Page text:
Queen & Slim
- Emma Simmonds
- 27 January 2020
Melina Matsoukas's welcome twist on the lovers on the run flick is gorgeous, angry and hopeful
A Tinder date goes humorously then horrible awry in this welcome twist on the lovers on the run flick from Beyoncé collaborator and debut helmer Melina Matsoukas, which combines style, subtlety and a vaguely oddball air. Although they're dubbed the 'black Bonnie and Clyde', the eponymous lawbreakers are utterly lacking in edge, swagger or anything resembling criminal nous.
Two beautiful Brits – Jodie Turner-Smith as Queen and Daniel Kaluuya as Slim – head up this very American road trip romance written by Master of None's Lena Waithe that sees the mismatched duo cross the divided South following the aforementioned diner date and a fatal traffic stop. She's a straight-laced legal eagle, her emotional walls built high; he's a laidback nice guy, giving it a shot but a bit bemused by his companion's lack of common courtesy. Basically a couple of floundering geeks, fortunately they have some shady connections to squirrel them away.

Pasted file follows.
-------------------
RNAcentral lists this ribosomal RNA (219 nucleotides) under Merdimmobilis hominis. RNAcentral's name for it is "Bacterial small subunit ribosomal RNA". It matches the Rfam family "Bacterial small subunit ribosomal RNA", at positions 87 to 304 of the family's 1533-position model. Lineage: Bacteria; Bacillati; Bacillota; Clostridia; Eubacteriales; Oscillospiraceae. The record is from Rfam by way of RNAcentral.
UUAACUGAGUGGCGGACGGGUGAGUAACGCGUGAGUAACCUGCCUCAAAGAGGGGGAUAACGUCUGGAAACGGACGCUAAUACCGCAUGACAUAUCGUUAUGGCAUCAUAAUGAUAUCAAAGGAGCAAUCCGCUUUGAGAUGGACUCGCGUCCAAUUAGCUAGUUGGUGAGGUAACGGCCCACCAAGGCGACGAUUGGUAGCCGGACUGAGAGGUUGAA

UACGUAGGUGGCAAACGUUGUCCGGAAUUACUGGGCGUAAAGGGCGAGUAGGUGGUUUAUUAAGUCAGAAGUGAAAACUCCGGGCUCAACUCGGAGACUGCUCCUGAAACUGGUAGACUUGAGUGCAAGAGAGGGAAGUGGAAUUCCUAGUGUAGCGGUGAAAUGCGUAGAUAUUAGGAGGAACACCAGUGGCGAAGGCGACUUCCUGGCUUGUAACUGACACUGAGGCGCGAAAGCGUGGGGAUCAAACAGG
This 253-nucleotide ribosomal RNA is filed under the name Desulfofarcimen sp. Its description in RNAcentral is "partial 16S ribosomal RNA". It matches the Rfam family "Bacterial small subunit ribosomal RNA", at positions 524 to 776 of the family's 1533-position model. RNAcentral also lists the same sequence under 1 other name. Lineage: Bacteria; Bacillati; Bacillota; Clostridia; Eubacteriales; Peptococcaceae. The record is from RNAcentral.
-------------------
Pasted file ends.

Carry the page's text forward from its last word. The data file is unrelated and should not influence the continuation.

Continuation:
Queen & Slim slightly glosses over the psychological impact of the initial incident, while the level of glamour applied to their all-too-real predicament has attracted criticism. However, it's a film that burns with genuine anger, that soaks up the wrenching divisions and racism alongside the gorgeous people and glorious views. It's important, too, that this is a story written and directed by black women, fronted by black protagonists. It ain't no Green Book.
If it's made with plenty of polish and lots at stake, there's enough low-key charm to recall the shenanigans of TV's Atlanta, while the influence of Tarantino is in ample evidence. We watch our protagonists learn to live, and to love, and although there is a sense they could be arrested at any time, the solidarity they inspire on their journey across America makes this a film all about hope.
General release from Fri 31 Jan.